The White House released a new report from the Council of Economic Advisors on Wednesday, detailing the healthcare and economic impact of refusing to accept Medicaid expansion, as 24 states have. Bottom line, it's 5.7 million people who would qualify for Medicaid, but be uninsured by 2016, "and these states will forgo billions in federal dollars that could boost their economies."
Much of what's included in this report has been hashed out in others. If these states took the expansion: "an additional 1.4 million people would have a usual source of clinic care once expanded coverage was fully in effect"; "an additional 651,000 people would receive "all needed care" over a given year once expanded coverage was fully in effect"; "255,000 fewer people would face catastrophic medical costs each year once expanded coverage was fully in effect"; "810,000 fewer people will have trouble paying other bills due to the burden of medical costs."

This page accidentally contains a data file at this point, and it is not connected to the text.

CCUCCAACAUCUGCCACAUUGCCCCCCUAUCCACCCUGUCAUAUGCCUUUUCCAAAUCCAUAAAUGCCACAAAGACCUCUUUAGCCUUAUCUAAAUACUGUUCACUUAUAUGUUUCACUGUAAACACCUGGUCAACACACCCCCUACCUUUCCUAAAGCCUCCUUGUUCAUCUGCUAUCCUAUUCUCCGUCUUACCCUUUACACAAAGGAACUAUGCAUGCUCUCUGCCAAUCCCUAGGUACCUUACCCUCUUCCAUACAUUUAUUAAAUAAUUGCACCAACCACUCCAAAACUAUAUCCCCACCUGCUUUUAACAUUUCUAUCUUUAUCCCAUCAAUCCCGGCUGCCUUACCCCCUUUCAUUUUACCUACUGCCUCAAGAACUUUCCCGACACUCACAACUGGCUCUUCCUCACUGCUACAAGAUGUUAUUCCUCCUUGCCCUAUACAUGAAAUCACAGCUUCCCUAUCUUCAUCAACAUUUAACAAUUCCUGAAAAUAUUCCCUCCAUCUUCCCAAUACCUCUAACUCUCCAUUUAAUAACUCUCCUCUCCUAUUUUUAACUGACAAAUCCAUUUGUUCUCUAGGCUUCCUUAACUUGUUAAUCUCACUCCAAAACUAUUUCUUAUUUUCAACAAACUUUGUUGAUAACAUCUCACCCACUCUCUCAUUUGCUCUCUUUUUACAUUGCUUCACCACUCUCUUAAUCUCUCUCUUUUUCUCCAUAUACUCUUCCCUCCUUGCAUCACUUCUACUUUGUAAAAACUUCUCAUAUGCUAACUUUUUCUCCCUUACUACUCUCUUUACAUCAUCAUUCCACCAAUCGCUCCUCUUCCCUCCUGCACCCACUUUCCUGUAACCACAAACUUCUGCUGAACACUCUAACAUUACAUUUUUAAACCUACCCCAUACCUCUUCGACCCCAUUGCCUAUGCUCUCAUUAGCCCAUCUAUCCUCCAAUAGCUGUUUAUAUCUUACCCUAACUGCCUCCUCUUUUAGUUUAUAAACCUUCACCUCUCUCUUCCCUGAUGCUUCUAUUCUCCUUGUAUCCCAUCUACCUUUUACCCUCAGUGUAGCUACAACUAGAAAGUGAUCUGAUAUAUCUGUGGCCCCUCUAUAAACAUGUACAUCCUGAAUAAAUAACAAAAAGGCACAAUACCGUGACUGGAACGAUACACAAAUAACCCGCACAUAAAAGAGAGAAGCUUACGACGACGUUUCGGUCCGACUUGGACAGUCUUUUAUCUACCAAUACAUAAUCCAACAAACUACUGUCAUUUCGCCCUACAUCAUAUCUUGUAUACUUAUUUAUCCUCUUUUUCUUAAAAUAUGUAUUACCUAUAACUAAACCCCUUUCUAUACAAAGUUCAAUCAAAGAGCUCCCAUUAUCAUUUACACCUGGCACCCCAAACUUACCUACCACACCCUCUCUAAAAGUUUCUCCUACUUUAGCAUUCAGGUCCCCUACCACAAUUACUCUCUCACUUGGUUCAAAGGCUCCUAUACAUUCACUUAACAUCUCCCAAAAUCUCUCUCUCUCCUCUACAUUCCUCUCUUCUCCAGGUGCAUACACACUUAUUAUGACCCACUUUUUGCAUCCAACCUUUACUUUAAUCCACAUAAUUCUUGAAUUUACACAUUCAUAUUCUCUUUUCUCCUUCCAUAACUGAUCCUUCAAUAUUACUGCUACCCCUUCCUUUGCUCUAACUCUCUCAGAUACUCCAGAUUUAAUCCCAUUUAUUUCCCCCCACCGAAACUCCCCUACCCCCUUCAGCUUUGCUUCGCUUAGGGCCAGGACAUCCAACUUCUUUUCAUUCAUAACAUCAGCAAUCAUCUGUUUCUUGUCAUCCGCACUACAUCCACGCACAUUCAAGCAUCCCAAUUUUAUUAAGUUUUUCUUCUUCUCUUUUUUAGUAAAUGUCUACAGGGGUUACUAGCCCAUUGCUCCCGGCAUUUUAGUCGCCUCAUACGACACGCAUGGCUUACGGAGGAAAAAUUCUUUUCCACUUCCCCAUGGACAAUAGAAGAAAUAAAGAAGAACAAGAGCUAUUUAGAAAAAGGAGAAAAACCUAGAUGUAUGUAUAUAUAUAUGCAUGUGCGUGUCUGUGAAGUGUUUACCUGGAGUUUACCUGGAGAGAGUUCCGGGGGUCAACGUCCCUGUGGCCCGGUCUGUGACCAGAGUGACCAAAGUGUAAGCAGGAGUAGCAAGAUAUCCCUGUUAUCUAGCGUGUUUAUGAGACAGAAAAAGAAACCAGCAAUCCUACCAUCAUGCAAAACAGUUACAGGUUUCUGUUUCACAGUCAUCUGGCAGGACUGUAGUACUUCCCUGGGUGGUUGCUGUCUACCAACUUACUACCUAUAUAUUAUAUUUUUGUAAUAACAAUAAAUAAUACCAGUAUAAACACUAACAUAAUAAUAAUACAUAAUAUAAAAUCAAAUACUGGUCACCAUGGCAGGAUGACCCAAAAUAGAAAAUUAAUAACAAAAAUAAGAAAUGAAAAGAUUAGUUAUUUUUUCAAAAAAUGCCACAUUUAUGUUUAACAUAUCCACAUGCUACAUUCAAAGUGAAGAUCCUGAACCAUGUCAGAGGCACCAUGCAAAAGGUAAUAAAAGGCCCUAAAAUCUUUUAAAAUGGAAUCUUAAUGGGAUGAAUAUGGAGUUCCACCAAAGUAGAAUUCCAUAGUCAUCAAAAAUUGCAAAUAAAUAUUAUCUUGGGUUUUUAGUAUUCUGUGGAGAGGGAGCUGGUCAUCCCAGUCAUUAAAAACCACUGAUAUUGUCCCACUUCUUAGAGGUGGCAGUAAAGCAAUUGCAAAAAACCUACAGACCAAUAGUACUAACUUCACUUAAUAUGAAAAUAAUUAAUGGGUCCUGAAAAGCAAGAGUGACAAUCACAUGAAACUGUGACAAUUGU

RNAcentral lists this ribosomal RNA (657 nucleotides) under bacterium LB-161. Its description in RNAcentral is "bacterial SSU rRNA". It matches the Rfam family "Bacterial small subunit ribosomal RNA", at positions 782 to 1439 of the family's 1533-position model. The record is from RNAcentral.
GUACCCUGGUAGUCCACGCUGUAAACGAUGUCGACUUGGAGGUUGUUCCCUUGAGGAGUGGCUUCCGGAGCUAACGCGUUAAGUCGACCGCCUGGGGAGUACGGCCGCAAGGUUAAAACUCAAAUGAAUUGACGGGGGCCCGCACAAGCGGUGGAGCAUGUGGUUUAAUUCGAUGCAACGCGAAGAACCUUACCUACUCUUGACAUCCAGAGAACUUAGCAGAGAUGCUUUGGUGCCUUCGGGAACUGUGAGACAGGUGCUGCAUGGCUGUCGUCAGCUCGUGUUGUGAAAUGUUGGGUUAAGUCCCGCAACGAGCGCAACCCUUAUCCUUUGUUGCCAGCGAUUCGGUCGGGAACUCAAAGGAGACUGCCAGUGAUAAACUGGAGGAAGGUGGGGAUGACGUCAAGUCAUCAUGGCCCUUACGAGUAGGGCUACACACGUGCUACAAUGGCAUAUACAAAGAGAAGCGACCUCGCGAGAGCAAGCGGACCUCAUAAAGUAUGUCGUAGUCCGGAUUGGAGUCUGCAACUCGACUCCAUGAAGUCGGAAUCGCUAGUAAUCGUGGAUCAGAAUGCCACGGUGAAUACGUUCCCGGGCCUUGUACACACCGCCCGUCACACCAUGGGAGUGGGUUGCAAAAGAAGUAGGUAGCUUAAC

But there's another part of the story that Think Progress picks up: the refusal to expand Medicaid has a hugely disproportionate effect on women.
That’s because women make up nearly 70 percent of adults on Medicaid and the report finds that limiting their access to coverage significantly restricts their access to health care. Relying on past health research, the analysis concludes that “having health insurance increases the probability that individuals report receiving ‘all needed care’ over the prior year.” “If the 24 States that have not yet expanded Medicaid did so, an additional 651,000 people would receive ‘all needed care’ over a given year once expanded coverage was fully in effect,” it says.It's a two-fer for Republicans, a war on the poors and a war on women all in one. What they lack in compassion or a moral compass, they make up for in efficiency.
An additional “214,000 women between the ages of 50 and 64 would receive mammograms” and “345,000 women would receive pap smears once expanded coverage was fully in effect.”